Plans for investment and reform to give GPs in Scotland more time with patients most in need of their skills have been published
A new GP contract, jointly designed and agreed with the British Medical Association, will be the biggest reform of GPs services in Scotland for over a decade.
The proposals will ensure that all patients get the support they need from an extended community healthcare team – led by GPs and including nurses, physiotherapists, community mental health workers, paramedics, and pharmacists – to ensure more patients get the best and most appropriate care. This means GPs are able to best use their skills as expert medical generalists to spend more time with the people who need them most.
Alongside this, the Scottish government is also announcing an additional £30m over three years to help reduce the risks to GPs of leasing or owning premises and improve practice sustainability.
The move is part of an overall transformation in community health services which will see an additional £500m invested every year by 2021, £250m of which will be invested in direct support of general practice.
Health secretary Shona Robison has visited a practice in Clydebank to meet Jane McNiven and her granddaughter, baby Evie, while they got a check-up from a practice nurse.
Ms Robison said: “GPs tell us they want to spend more time with patients with undiagnosed illness and less time on bureaucracy, while patients say they want better access to GPs when they really need them. We have listened and, I believe, we have achieved that balance.
“These changes will give patients the right care in the right place, and give those who need to see GPs the most the time they need. Patient safety is at the very heart of this agreement and is the central principle guiding how changes will be implemented.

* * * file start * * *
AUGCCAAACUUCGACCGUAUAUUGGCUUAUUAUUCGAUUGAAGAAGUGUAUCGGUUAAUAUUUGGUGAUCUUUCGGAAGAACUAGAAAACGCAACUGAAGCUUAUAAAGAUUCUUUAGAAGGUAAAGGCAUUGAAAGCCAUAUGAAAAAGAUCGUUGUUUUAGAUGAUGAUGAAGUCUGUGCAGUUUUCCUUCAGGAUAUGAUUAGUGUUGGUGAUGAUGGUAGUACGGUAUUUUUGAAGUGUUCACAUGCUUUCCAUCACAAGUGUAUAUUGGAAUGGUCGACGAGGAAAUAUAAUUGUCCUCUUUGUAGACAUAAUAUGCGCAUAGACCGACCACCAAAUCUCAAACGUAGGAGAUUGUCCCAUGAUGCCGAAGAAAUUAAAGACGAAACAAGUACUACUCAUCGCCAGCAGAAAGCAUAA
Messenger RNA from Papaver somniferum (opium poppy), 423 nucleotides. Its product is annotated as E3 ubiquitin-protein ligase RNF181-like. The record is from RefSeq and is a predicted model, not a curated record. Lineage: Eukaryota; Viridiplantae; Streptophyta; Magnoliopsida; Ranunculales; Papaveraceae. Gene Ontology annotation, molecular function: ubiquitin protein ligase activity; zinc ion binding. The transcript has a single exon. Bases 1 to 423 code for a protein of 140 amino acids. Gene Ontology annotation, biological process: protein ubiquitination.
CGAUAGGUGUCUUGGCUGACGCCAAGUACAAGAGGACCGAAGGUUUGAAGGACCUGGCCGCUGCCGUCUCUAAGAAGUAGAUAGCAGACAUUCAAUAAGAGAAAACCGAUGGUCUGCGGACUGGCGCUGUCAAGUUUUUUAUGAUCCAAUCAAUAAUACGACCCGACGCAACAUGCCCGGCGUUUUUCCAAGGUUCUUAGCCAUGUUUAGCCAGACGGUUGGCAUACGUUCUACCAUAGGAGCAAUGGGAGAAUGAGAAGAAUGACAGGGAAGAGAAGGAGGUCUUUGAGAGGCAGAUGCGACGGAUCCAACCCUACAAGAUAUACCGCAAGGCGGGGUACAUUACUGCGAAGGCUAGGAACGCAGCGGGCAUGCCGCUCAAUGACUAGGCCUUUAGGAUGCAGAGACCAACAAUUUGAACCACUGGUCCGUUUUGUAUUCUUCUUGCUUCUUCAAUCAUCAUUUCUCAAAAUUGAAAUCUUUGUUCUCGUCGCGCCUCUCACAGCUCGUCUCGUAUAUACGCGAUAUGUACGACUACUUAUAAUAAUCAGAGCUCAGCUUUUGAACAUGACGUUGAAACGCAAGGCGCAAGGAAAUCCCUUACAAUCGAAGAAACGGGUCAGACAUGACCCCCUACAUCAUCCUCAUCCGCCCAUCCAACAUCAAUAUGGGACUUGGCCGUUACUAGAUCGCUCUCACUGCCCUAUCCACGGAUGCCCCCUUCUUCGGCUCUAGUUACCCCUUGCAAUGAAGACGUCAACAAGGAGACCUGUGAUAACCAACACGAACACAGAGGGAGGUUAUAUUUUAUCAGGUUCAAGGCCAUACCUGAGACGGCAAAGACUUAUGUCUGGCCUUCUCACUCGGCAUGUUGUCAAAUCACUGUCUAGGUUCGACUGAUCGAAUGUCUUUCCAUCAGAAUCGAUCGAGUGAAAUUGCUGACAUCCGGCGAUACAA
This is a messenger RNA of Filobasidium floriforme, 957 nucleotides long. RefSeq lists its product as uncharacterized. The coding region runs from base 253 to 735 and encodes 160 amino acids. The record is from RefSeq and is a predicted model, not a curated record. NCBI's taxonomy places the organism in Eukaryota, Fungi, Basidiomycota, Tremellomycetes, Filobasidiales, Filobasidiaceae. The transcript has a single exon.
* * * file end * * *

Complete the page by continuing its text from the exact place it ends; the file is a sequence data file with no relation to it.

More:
“We are also investing in facilities which will offer more doctors the chance to enter the profession.
“We’ve worked closely in partnership with the British Medical Association on shaping the future of general practice and primary care and we are confident that this contract best supports Scotland’s healthcare needs while also making general practice an even more attractive career prospect for doctors.”
GPs have between December 7, 2017, and January 4, 2018, to take part in a poll on whether to accept the new contract, which will come into effect on April 1, 2018.
Scottish GP chair of the BMA Alan McDevitt said: “I truly believe that we have negotiated a contract that will make general practice sustainable for the future.
“Our aim was to reduce workload pressures, reduce individual risk and stabilise practice income, and these are all addressed in this contract.
“This historic agreement will help make general practice an attractive career choice once more.”
Read the General Medical Contract for Scotland 2018 in full.